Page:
Humanitarian aid from Travis Air Force Base heads to Mexico, Caribbean

Travis Air Force Base is a hub for mobilizing disaster relief, but rarely experiences a season as busy as this.

"With the onset of Harvey, it's basically been a 24 hour hour operation out of here," Capt. Lyndsey Horn told KTVU, walking the flight line where a few dozen transport aircraft sit.

The Fairfield base of 10,000 workers is a hub for getting people and equipment where they're needed most. But with so many disasters overlapping, Capt. Horn says a lot of planning is happening on the fly.

"We have medical supplies, generators, meals ready-to-eat, a humvee," she said, showing a fully-loaded C-5 Supergalaxy, which carries more cargo, more distance than any other transport aircraft.

The equipment is destined for Hurricane Maria's disaster zone, along with a sixty person team, on standby. 

"They try to time it as well as they can, that the moment that hurricane has passed, they're on the ground," explained Horn.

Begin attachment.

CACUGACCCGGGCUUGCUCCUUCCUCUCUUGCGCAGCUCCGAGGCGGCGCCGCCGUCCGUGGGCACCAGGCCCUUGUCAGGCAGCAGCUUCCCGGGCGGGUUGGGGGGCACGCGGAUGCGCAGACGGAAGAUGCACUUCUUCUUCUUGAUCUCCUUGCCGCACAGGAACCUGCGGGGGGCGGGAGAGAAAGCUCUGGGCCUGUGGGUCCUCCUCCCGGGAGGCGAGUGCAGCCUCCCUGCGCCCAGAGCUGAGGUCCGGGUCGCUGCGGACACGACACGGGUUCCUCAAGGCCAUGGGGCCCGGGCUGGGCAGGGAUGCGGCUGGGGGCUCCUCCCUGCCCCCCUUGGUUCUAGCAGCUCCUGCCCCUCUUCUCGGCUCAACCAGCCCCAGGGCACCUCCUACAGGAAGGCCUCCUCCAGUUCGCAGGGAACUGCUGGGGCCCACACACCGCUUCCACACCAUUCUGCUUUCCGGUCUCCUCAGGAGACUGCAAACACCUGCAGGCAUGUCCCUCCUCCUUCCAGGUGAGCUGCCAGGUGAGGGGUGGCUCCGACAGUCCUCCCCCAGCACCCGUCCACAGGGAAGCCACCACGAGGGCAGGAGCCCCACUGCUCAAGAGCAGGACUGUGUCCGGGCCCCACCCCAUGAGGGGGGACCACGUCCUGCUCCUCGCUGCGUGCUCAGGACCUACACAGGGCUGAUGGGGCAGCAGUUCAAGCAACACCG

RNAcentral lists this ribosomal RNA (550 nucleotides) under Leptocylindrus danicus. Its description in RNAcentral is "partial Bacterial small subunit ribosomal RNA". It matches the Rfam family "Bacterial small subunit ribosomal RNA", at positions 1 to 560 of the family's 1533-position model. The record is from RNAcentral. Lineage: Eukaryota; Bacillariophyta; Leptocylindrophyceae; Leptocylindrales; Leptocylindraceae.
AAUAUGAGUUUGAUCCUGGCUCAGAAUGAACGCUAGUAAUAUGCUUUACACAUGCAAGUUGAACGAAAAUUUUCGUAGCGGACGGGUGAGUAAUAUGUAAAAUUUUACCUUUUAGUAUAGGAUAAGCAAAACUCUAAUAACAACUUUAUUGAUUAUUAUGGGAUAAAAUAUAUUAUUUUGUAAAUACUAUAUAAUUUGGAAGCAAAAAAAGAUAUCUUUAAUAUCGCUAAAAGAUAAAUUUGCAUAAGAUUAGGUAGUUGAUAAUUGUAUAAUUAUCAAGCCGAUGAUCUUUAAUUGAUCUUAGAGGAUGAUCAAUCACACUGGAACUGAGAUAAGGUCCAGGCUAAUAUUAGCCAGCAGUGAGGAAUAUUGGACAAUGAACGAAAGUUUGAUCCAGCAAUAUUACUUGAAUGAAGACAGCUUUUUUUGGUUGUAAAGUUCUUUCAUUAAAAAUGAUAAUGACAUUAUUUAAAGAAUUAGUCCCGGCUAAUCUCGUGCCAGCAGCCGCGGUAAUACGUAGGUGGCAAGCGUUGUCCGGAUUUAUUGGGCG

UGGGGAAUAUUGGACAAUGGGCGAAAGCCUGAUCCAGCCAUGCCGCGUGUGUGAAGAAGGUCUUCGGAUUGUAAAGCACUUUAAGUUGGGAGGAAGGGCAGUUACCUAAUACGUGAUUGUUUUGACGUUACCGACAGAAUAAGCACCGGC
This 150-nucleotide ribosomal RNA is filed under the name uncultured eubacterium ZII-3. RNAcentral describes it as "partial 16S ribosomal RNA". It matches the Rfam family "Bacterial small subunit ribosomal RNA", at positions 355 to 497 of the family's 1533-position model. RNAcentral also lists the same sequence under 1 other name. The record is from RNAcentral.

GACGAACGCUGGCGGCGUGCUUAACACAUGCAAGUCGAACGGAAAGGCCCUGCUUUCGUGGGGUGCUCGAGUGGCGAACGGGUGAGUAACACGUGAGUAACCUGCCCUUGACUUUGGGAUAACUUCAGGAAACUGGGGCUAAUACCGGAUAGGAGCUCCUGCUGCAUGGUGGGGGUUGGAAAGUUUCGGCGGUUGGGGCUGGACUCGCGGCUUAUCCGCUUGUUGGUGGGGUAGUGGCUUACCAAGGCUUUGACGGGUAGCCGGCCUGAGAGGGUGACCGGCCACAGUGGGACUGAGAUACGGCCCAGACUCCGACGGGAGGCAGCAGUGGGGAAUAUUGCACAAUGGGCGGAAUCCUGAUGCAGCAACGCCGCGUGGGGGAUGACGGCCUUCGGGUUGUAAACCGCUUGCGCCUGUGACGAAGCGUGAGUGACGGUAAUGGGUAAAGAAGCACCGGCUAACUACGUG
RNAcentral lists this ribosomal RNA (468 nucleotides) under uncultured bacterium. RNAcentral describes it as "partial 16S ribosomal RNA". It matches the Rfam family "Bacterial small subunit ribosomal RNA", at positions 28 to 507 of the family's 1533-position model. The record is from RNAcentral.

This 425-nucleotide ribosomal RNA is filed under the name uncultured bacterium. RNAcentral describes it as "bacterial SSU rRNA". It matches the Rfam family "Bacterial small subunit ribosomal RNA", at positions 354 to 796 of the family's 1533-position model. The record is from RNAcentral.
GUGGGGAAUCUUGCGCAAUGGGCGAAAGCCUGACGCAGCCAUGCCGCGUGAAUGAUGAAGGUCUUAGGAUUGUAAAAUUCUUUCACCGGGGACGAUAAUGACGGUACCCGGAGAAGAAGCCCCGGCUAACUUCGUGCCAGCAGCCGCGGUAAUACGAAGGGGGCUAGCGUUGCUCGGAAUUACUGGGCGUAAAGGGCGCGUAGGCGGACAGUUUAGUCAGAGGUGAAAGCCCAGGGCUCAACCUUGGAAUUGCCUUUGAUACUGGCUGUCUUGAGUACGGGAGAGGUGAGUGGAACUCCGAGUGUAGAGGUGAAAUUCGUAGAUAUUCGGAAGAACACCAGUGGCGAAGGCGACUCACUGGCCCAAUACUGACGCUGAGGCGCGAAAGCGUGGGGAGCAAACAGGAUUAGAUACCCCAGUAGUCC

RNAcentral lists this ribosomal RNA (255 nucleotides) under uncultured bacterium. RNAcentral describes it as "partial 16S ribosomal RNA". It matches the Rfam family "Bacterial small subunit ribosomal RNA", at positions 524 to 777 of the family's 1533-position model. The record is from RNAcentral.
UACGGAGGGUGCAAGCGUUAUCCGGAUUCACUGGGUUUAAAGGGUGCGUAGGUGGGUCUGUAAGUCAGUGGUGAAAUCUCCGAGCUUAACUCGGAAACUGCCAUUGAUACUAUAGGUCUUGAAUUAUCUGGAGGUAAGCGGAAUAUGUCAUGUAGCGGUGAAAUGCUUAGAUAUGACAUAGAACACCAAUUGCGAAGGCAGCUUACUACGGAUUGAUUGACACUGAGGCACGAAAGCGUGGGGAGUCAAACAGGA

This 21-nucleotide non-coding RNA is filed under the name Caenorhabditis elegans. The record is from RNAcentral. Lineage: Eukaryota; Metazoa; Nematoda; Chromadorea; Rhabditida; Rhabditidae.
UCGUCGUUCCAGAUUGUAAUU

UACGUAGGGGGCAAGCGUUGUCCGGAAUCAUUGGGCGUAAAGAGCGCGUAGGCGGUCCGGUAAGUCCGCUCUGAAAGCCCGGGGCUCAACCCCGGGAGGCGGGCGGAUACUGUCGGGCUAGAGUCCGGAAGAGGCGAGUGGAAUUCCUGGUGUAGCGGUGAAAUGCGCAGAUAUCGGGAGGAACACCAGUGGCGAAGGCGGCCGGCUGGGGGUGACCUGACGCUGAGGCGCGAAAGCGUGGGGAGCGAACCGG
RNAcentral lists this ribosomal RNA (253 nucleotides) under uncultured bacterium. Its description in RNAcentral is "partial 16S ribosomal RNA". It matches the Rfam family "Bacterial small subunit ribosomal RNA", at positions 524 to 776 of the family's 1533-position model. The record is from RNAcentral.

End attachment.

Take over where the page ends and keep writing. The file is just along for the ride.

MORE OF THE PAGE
Travis AFB sent critical care teams into Hurricane Irma's hard-hit areas. And base logistics specialists find ways to get what's wrecked- working again. 

"Down in St. Thomas, they lost their ability to control air traffic, so we were able to take them, basically a mobile air traffic control center," noted Horn.

After three hurricanes in a row, now Mexico needs supplies and skills.

Wednesday night, Travis pilots picked up a search and rescue squad in Los Angeles and flew them and their gear into the quake zone.  

Thursday evening, a task force made up mostly of Sacramento firefighters, was packing pallets with shovels, jacks, fuel, and chain saws. They were alerted just hours before, FEMA is activating them for Puerto Rico aid.

"Seeing the devastation just in videos is challenging to watch, and we're going to get that first hand," said Brian Gonsalves, a member of California Task Force 7.

It's an open-ended mission, and it will he Gonsalves' first:

"So it's just a matter of figuring out what that mission is, and get intelligence prior to us getting there, so we can set ourselves up mentally for what we're going to be faced with," he anticipated.

Travis personnel are proud of their rapid mobilization abilities, which make them a 9-1-1- responder in times of crisis.

"We're never happy to go, but we're humbled to go," concluded Captain Horn, "and what we try to do is lean forward so our civil authorities know we're prepared. When they make that call, they're going to get a great force, ready to help out."